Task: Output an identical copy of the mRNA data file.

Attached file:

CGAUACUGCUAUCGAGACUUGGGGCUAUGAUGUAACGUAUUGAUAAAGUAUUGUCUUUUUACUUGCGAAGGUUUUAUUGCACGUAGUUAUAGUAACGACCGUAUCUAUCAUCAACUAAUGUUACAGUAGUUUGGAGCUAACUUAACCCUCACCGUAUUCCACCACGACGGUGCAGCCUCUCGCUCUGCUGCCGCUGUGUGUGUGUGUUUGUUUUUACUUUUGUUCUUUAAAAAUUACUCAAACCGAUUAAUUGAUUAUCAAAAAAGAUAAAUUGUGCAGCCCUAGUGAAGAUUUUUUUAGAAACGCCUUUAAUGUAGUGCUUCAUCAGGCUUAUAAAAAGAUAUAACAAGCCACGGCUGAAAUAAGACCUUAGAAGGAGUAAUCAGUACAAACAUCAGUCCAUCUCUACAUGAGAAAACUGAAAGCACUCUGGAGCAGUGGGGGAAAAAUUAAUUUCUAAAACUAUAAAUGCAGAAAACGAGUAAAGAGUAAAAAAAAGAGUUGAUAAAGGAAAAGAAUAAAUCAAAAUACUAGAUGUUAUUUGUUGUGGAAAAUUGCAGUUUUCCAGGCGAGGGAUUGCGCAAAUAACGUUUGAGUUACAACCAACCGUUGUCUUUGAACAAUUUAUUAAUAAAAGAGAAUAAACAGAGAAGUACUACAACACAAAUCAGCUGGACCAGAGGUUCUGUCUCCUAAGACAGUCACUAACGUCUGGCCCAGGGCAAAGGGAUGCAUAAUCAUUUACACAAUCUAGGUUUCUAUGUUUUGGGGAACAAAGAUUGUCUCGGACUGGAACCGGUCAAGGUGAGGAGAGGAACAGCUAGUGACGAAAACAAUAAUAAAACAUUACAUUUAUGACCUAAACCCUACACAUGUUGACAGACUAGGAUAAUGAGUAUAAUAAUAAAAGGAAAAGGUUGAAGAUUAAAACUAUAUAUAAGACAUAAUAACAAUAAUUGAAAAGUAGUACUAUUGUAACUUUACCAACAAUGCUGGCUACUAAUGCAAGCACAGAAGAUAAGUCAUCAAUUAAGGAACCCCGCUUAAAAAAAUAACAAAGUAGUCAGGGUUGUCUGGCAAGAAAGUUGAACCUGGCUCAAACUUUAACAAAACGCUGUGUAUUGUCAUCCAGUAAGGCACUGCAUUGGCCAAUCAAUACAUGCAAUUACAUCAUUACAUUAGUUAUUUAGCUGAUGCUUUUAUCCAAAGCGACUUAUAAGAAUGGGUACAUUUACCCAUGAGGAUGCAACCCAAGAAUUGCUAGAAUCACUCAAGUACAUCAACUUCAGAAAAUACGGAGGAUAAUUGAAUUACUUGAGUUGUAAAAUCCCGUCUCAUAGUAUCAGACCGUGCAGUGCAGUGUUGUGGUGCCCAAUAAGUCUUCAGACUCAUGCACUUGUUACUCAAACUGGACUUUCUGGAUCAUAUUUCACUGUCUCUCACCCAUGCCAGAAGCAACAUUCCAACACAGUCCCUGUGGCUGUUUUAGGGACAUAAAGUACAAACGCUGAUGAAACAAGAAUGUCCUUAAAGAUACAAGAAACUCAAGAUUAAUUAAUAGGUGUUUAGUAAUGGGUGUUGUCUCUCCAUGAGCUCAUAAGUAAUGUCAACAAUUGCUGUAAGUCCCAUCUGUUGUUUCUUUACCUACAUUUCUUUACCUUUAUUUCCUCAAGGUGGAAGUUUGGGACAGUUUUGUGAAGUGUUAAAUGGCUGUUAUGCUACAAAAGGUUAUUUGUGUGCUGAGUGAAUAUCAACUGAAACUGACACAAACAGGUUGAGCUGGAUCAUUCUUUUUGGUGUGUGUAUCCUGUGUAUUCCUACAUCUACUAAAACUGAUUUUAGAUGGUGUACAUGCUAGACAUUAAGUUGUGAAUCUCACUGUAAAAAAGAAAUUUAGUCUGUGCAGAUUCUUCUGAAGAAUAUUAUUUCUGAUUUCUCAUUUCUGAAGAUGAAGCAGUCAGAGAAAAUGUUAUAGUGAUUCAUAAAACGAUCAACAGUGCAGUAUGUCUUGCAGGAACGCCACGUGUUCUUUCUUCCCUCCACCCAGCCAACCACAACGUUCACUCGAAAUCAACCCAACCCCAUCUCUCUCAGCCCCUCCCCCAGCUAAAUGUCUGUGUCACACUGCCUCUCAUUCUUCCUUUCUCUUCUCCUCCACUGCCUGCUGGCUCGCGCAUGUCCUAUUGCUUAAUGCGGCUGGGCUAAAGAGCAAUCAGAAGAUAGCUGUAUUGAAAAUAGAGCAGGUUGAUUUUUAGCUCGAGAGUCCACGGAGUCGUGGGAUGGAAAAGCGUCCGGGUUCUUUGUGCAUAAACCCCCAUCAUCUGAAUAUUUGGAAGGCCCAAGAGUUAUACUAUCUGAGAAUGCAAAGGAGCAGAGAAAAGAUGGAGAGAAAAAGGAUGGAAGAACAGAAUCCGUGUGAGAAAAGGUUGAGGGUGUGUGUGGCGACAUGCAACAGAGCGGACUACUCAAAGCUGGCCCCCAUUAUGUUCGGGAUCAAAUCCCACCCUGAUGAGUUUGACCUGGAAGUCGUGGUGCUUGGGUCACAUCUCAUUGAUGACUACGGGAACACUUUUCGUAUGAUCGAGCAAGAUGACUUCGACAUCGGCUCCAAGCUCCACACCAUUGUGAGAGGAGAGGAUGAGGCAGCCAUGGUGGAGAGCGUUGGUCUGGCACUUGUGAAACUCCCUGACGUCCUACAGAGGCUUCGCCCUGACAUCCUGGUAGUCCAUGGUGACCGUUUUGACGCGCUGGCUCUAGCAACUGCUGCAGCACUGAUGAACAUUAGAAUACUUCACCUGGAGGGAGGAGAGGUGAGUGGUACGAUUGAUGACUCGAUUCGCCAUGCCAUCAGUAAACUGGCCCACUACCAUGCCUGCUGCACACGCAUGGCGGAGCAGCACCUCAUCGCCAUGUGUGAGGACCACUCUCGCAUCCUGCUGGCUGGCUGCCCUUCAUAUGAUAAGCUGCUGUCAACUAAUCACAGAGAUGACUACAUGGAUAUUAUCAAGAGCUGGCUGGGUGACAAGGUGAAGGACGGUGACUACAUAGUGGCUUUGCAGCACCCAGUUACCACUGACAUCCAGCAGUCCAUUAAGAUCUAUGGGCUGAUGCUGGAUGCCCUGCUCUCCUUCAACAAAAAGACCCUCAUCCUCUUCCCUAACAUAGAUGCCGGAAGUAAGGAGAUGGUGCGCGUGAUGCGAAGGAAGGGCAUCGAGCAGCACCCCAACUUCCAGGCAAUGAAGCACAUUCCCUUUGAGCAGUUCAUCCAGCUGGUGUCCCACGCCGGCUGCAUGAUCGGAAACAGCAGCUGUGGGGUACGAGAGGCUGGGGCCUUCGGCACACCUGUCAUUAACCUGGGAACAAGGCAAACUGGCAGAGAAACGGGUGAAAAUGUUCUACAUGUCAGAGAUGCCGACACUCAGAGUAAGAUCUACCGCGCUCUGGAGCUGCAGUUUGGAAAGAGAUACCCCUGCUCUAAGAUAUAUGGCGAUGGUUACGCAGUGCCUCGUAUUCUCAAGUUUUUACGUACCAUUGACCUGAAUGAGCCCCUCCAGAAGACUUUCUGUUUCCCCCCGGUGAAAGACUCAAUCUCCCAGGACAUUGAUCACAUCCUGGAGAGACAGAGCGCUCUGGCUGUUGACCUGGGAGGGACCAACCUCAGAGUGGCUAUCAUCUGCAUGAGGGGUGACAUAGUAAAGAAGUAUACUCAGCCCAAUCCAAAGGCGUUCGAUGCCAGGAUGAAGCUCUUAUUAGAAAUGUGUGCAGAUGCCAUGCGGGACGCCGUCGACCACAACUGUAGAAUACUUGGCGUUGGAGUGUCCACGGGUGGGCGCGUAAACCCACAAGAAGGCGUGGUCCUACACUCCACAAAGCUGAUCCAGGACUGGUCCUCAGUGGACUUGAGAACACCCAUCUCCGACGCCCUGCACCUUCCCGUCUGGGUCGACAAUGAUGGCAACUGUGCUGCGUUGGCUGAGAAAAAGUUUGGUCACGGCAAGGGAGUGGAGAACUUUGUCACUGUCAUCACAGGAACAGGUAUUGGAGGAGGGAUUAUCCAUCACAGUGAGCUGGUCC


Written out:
CGAUACUGCUAUCGAGACUUGGGGCUAUGAUGUAACGUAUUGAUAAAGUAUUGUCUUUUUACUUGCGAAGGUUUUAUUGCACGUAGUUAUAGUAACGACCGUAUCUAUCAUCAACUAAUGUUACAGUAGUUUGGAGCUAACUUAACCCUCACCGUAUUCCACCACGACGGUGCAGCCUCUCGCUCUGCUGCCGCUGUGUGUGUGUGUUUGUUUUUACUUUUGUUCUUUAAAAAUUACUCAAACCGAUUAAUUGAUUAUCAAAAAAGAUAAAUUGUGCAGCCCUAGUGAAGAUUUUUUUAGAAACGCCUUUAAUGUAGUGCUUCAUCAGGCUUAUAAAAAGAUAUAACAAGCCACGGCUGAAAUAAGACCUUAGAAGGAGUAAUCAGUACAAACAUCAGUCCAUCUCUACAUGAGAAAACUGAAAGCACUCUGGAGCAGUGGGGGAAAAAUUAAUUUCUAAAACUAUAAAUGCAGAAAACGAGUAAAGAGUAAAAAAAAGAGUUGAUAAAGGAAAAGAAUAAAUCAAAAUACUAGAUGUUAUUUGUUGUGGAAAAUUGCAGUUUUCCAGGCGAGGGAUUGCGCAAAUAACGUUUGAGUUACAACCAACCGUUGUCUUUGAACAAUUUAUUAAUAAAAGAGAAUAAACAGAGAAGUACUACAACACAAAUCAGCUGGACCAGAGGUUCUGUCUCCUAAGACAGUCACUAACGUCUGGCCCAGGGCAAAGGGAUGCAUAAUCAUUUACACAAUCUAGGUUUCUAUGUUUUGGGGAACAAAGAUUGUCUCGGACUGGAACCGGUCAAGGUGAGGAGAGGAACAGCUAGUGACGAAAACAAUAAUAAAACAUUACAUUUAUGACCUAAACCCUACACAUGUUGACAGACUAGGAUAAUGAGUAUAAUAAUAAAAGGAAAAGGUUGAAGAUUAAAACUAUAUAUAAGACAUAAUAACAAUAAUUGAAAAGUAGUACUAUUGUAACUUUACCAACAAUGCUGGCUACUAAUGCAAGCACAGAAGAUAAGUCAUCAAUUAAGGAACCCCGCUUAAAAAAAUAACAAAGUAGUCAGGGUUGUCUGGCAAGAAAGUUGAACCUGGCUCAAACUUUAACAAAACGCUGUGUAUUGUCAUCCAGUAAGGCACUGCAUUGGCCAAUCAAUACAUGCAAUUACAUCAUUACAUUAGUUAUUUAGCUGAUGCUUUUAUCCAAAGCGACUUAUAAGAAUGGGUACAUUUACCCAUGAGGAUGCAACCCAAGAAUUGCUAGAAUCACUCAAGUACAUCAACUUCAGAAAAUACGGAGGAUAAUUGAAUUACUUGAGUUGUAAAAUCCCGUCUCAUAGUAUCAGACCGUGCAGUGCAGUGUUGUGGUGCCCAAUAAGUCUUCAGACUCAUGCACUUGUUACUCAAACUGGACUUUCUGGAUCAUAUUUCACUGUCUCUCACCCAUGCCAGAAGCAACAUUCCAACACAGUCCCUGUGGCUGUUUUAGGGACAUAAAGUACAAACGCUGAUGAAACAAGAAUGUCCUUAAAGAUACAAGAAACUCAAGAUUAAUUAAUAGGUGUUUAGUAAUGGGUGUUGUCUCUCCAUGAGCUCAUAAGUAAUGUCAACAAUUGCUGUAAGUCCCAUCUGUUGUUUCUUUACCUACAUUUCUUUACCUUUAUUUCCUCAAGGUGGAAGUUUGGGACAGUUUUGUGAAGUGUUAAAUGGCUGUUAUGCUACAAAAGGUUAUUUGUGUGCUGAGUGAAUAUCAACUGAAACUGACACAAACAGGUUGAGCUGGAUCAUUCUUUUUGGUGUGUGUAUCCUGUGUAUUCCUACAUCUACUAAAACUGAUUUUAGAUGGUGUACAUGCUAGACAUUAAGUUGUGAAUCUCACUGUAAAAAAGAAAUUUAGUCUGUGCAGAUUCUUCUGAAGAAUAUUAUUUCUGAUUUCUCAUUUCUGAAGAUGAAGCAGUCAGAGAAAAUGUUAUAGUGAUUCAUAAAACGAUCAACAGUGCAGUAUGUCUUGCAGGAACGCCACGUGUUCUUUCUUCCCUCCACCCAGCCAACCACAACGUUCACUCGAAAUCAACCCAACCCCAUCUCUCUCAGCCCCUCCCCCAGCUAAAUGUCUGUGUCACACUGCCUCUCAUUCUUCCUUUCUCUUCUCCUCCACUGCCUGCUGGCUCGCGCAUGUCCUAUUGCUUAAUGCGGCUGGGCUAAAGAGCAAUCAGAAGAUAGCUGUAUUGAAAAUAGAGCAGGUUGAUUUUUAGCUCGAGAGUCCACGGAGUCGUGGGAUGGAAAAGCGUCCGGGUUCUUUGUGCAUAAACCCCCAUCAUCUGAAUAUUUGGAAGGCCCAAGAGUUAUACUAUCUGAGAAUGCAAAGGAGCAGAGAAAAGAUGGAGAGAAAAAGGAUGGAAGAACAGAAUCCGUGUGAGAAAAGGUUGAGGGUGUGUGUGGCGACAUGCAACAGAGCGGACUACUCAAAGCUGGCCCCCAUUAUGUUCGGGAUCAAAUCCCACCCUGAUGAGUUUGACCUGGAAGUCGUGGUGCUUGGGUCACAUCUCAUUGAUGACUACGGGAACACUUUUCGUAUGAUCGAGCAAGAUGACUUCGACAUCGGCUCCAAGCUCCACACCAUUGUGAGAGGAGAGGAUGAGGCAGCCAUGGUGGAGAGCGUUGGUCUGGCACUUGUGAAACUCCCUGACGUCCUACAGAGGCUUCGCCCUGACAUCCUGGUAGUCCAUGGUGACCGUUUUGACGCGCUGGCUCUAGCAACUGCUGCAGCACUGAUGAACAUUAGAAUACUUCACCUGGAGGGAGGAGAGGUGAGUGGUACGAUUGAUGACUCGAUUCGCCAUGCCAUCAGUAAACUGGCCCACUACCAUGCCUGCUGCACACGCAUGGCGGAGCAGCACCUCAUCGCCAUGUGUGAGGACCACUCUCGCAUCCUGCUGGCUGGCUGCCCUUCAUAUGAUAAGCUGCUGUCAACUAAUCACAGAGAUGACUACAUGGAUAUUAUCAAGAGCUGGCUGGGUGACAAGGUGAAGGACGGUGACUACAUAGUGGCUUUGCAGCACCCAGUUACCACUGACAUCCAGCAGUCCAUUAAGAUCUAUGGGCUGAUGCUGGAUGCCCUGCUCUCCUUCAACAAAAAGACCCUCAUCCUCUUCCCUAACAUAGAUGCCGGAAGUAAGGAGAUGGUGCGCGUGAUGCGAAGGAAGGGCAUCGAGCAGCACCCCAACUUCCAGGCAAUGAAGCACAUUCCCUUUGAGCAGUUCAUCCAGCUGGUGUCCCACGCCGGCUGCAUGAUCGGAAACAGCAGCUGUGGGGUACGAGAGGCUGGGGCCUUCGGCACACCUGUCAUUAACCUGGGAACAAGGCAAACUGGCAGAGAAACGGGUGAAAAUGUUCUACAUGUCAGAGAUGCCGACACUCAGAGUAAGAUCUACCGCGCUCUGGAGCUGCAGUUUGGAAAGAGAUACCCCUGCUCUAAGAUAUAUGGCGAUGGUUACGCAGUGCCUCGUAUUCUCAAGUUUUUACGUACCAUUGACCUGAAUGAGCCCCUCCAGAAGACUUUCUGUUUCCCCCCGGUGAAAGACUCAAUCUCCCAGGACAUUGAUCACAUCCUGGAGAGACAGAGCGCUCUGGCUGUUGACCUGGGAGGGACCAACCUCAGAGUGGCUAUCAUCUGCAUGAGGGGUGACAUAGUAAAGAAGUAUACUCAGCCCAAUCCAAAGGCGUUCGAUGCCAGGAUGAAGCUCUUAUUAGAAAUGUGUGCAGAUGCCAUGCGGGACGCCGUCGACCACAACUGUAGAAUACUUGGCGUUGGAGUGUCCACGGGUGGGCGCGUAAACCCACAAGAAGGCGUGGUCCUACACUCCACAAAGCUGAUCCAGGACUGGUCCUCAGUGGACUUGAGAACACCCAUCUCCGACGCCCUGCACCUUCCCGUCUGGGUCGACAAUGAUGGCAACUGUGCUGCGUUGGCUGAGAAAAAGUUUGGUCACGGCAAGGGAGUGGAGAACUUUGUCACUGUCAUCACAGGAACAGGUAUUGGAGGAGGGAUUAUCCAUCACAGUGAGCUGGUCC